During the Archive process IGP pulls content from Information Stores and makes those items into immutable artifacts. The artifacts are archived to the selected configured Archive Store according to a user-created channel. IGP does not move the original files from the Information Store, but rather creates a copy that is archived. It is on the roadmap for IGP to eventually have the ability to delete the original files from the Information Store. Once the content has been successfully Archived, IGP automatically runs a Verify task to ensure that the archived content and the OMR are in sync.

In the event of an operational failure, IGP offers reliable rollback capabilities to ensure that the database and Archive Stores are restored to a consistent state.

IGP maintains a record of system events and updates. When any of the system tasks are performed (Preview, Archive, Verify, Index, Search, Compress, Extract, Destroy) the activity is logged and a record is kept of the associated date and timestamp as well as any user connected to that action.

Underlying Technology Architecture

There are three main elements of our underlying technology architecture.

  1. First, at its core, our platform is written in Java, the enterprise standard for large scale application development. With its vast array of libraries it is able to help overcome the challenges that often occur when developing enterprise applications.
  2. Second, the Infobelt Governance Platform utilizes a REST application program interface (API) as the foundation for its simple and scalable data archiving and governance solution. This allows the platform to have tremendous flexibility and interoperability with other products. For example, the use of a RESTful architecture allows Infobelt to create APIs to interface with other storage applications including CAS and NAS, or cloud services like Amazon.
  3. Third, our platform is purpose built to be database agnostic. Not only does this make our platform flexible to meet the needs of today’s enterprise, but it also provides the kind of adaptability required to meet an ever-changing technology landscape. By supporting all JDBC compliant databases, our platform does not limit your ability to make the best technology decision for the enterprise.

Unstructured data is all the content that can’t be so readily classified and fit into a neat box: photos and graphic images, videos, streaming instrument data, webpage, pdf files, PowerPoint presentations, emails, blog entries, wikis and word processing documents. Techniques such as data mining provide different methods to find patterns in or otherwise interpret this information.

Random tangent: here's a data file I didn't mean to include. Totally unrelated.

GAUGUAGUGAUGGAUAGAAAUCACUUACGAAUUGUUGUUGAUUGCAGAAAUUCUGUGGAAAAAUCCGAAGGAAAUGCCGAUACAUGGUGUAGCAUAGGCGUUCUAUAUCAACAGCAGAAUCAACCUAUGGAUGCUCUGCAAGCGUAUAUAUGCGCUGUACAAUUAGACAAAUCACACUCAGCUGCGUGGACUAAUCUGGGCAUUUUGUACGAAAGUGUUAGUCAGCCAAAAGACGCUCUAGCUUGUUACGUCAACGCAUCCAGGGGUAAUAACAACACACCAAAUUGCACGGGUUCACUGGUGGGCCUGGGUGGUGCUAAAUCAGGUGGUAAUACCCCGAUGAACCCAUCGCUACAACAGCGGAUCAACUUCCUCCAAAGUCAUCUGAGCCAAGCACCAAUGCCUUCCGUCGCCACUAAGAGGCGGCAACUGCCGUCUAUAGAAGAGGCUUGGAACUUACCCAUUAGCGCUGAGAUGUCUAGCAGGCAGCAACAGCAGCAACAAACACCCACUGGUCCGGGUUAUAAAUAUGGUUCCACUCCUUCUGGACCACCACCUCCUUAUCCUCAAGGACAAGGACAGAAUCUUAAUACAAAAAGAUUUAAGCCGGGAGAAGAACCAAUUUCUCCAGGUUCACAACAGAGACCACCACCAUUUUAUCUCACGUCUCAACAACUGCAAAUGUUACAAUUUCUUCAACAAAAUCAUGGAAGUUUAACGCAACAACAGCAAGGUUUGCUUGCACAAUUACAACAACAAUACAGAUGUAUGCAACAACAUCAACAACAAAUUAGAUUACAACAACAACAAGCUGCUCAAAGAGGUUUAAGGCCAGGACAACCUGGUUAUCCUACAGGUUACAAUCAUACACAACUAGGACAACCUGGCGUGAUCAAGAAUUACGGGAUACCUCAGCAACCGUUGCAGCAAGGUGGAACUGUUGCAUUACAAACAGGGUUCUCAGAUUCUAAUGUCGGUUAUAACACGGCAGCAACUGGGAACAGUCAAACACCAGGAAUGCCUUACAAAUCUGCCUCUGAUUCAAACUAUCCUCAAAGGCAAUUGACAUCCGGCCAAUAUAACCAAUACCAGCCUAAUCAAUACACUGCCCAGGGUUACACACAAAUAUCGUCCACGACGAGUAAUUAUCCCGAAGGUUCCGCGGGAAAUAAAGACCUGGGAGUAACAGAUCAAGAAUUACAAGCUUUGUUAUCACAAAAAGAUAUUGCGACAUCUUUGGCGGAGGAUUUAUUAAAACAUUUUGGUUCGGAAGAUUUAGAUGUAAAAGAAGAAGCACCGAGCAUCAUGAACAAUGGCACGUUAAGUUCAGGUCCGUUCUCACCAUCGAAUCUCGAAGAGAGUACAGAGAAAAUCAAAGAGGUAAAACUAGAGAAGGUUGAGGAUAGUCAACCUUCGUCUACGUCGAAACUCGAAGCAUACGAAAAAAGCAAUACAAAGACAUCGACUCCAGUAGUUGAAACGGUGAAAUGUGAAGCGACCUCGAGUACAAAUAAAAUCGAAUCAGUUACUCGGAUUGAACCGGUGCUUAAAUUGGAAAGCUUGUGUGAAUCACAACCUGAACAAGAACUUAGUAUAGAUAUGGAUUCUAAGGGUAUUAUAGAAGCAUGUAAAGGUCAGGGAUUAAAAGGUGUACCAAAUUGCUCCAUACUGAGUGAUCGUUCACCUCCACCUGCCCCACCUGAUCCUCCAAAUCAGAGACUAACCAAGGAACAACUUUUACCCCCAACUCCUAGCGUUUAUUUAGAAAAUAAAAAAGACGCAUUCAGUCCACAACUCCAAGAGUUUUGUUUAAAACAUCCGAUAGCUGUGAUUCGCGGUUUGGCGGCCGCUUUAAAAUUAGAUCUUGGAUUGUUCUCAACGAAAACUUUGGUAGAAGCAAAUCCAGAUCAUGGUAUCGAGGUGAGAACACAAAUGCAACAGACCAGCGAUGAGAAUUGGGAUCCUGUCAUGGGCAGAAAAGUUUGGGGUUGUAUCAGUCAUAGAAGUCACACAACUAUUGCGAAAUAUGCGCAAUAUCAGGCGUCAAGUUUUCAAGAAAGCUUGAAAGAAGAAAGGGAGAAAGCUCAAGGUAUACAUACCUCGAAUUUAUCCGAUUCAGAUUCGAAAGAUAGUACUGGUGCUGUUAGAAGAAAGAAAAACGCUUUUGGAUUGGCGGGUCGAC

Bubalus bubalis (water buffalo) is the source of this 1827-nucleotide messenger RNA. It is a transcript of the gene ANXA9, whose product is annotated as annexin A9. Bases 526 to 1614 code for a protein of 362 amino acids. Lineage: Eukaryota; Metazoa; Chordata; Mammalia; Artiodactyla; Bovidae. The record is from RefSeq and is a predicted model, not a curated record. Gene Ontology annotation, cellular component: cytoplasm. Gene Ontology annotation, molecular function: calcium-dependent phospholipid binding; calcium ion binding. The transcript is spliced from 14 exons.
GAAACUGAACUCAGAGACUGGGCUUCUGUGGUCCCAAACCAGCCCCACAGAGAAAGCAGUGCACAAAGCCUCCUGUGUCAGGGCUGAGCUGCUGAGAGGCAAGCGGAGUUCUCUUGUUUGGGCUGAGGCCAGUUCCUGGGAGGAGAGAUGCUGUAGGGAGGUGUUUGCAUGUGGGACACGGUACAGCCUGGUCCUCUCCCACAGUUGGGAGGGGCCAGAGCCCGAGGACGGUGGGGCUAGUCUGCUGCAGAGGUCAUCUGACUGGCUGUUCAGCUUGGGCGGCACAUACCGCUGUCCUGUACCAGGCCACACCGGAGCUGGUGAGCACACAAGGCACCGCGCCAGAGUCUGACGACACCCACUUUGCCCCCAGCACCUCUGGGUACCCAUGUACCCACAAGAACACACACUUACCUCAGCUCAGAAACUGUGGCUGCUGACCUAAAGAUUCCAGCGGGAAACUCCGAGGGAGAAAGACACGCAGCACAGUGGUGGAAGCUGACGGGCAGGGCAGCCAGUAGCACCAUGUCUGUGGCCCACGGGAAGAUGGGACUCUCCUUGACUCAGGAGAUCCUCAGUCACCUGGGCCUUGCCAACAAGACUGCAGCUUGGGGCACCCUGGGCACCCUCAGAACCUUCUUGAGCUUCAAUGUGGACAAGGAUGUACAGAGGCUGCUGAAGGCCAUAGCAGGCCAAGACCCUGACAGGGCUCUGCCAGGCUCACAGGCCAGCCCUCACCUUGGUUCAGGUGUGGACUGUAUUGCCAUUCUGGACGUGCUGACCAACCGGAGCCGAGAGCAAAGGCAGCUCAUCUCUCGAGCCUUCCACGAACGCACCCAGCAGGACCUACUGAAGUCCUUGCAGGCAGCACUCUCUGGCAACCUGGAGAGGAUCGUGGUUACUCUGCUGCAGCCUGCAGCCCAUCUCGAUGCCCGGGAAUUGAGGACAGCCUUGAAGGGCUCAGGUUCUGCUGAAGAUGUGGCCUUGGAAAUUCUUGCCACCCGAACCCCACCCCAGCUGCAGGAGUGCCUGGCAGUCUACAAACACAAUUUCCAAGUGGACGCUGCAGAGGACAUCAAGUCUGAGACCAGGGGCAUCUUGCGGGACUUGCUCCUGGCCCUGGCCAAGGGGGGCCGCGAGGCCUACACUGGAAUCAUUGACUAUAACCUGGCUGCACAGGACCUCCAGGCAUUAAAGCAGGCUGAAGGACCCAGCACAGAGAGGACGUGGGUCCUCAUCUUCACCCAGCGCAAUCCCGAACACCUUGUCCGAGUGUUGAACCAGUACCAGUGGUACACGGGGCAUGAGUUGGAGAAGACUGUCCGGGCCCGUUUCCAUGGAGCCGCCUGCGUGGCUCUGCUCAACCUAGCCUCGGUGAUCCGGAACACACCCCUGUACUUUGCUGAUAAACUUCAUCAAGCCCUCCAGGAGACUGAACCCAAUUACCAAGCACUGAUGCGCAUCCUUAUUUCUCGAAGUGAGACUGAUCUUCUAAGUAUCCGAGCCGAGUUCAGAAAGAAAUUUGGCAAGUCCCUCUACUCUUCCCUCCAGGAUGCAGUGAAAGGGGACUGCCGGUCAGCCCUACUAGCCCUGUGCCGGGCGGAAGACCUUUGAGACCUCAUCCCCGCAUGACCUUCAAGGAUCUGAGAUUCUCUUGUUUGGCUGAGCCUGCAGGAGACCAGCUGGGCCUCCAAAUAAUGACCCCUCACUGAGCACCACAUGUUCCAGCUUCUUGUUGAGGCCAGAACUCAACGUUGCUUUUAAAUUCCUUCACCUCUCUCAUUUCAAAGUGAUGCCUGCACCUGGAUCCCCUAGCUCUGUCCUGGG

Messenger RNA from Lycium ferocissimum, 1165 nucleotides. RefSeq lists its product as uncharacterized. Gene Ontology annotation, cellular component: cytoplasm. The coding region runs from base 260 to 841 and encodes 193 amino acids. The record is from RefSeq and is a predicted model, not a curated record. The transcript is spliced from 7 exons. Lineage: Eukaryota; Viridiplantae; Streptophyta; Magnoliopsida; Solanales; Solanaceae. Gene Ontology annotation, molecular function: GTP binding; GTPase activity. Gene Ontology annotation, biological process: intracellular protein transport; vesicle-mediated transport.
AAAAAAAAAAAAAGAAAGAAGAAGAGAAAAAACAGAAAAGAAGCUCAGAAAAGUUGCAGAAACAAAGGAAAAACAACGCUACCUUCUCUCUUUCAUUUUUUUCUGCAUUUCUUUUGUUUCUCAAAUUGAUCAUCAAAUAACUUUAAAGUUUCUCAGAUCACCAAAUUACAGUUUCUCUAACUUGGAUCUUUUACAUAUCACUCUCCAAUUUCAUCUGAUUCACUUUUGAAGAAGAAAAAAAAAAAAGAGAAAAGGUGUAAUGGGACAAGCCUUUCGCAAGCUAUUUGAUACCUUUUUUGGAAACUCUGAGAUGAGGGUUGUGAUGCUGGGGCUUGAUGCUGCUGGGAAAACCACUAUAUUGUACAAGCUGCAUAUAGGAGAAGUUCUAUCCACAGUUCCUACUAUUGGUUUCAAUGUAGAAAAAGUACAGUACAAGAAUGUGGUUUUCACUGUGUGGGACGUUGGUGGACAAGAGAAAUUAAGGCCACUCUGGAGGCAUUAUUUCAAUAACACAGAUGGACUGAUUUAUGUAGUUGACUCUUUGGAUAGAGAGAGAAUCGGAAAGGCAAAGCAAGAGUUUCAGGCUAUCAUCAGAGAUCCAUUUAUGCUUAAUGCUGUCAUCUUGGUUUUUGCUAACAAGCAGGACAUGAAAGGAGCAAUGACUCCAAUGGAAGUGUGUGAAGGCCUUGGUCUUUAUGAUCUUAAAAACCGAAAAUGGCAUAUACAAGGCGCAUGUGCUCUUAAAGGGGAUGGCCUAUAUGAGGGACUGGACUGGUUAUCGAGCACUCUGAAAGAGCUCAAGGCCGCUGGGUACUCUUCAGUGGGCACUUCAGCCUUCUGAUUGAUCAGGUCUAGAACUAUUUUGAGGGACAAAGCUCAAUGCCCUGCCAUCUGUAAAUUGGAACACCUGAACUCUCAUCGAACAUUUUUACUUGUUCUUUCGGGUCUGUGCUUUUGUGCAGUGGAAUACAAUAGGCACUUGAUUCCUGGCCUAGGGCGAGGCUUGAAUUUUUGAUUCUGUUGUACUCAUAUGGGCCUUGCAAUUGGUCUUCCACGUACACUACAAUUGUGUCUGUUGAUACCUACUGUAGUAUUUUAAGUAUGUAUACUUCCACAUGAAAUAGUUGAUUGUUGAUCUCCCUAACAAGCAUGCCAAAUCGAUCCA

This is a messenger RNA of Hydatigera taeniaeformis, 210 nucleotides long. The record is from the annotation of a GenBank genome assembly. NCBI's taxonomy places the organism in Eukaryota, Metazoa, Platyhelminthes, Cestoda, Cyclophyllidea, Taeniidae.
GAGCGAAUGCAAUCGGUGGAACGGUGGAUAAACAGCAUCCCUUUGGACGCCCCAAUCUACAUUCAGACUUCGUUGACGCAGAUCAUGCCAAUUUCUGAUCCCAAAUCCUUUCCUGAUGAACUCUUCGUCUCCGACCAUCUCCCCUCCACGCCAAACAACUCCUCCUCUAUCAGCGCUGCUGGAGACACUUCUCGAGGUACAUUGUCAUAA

Semi-Structured data is a cross between the two. It is a type of structured data, but lacks the strict data model structure. With semi-structured data, tags or other types of markers are used to identify certain elements within the data, but the data doesn’t have a rigid structure. For example, word processing software now can include metadata showing the author’s name and the data created, with the bulk of the document just being unstructured text.

The data that does not conform with the formal structure of data models associated with relational databases or other forms of data tables, but nonetheless contain tags or other markers to separate semantic elements and enforce hierarchies of records and fields within the data.

Structured data first depends on creating a data model - a model of the types of business data that will be recorded and how they will be stored, processed and accessed. This includes defining what fields of data will be stored and how that data will be stored: data type (numeric, currency, alphabetic, name, data, address) and any restrictions on the data input (number of characters; restricted to certain terms such as Mr., Ms. or Dr.; M or F).

By taking a holistic approach to information governance, the Infobelt Governance Platform (IGP) makes information assets accessible. Infobelt optimizes the management of information by reducing storage costs and ensuring compliance to company and regulatory policy. Infobelt has harnessed the ability to communicate exactly what amongst this information glut is essential to the business.

Learn more about what Infobelt can do for you.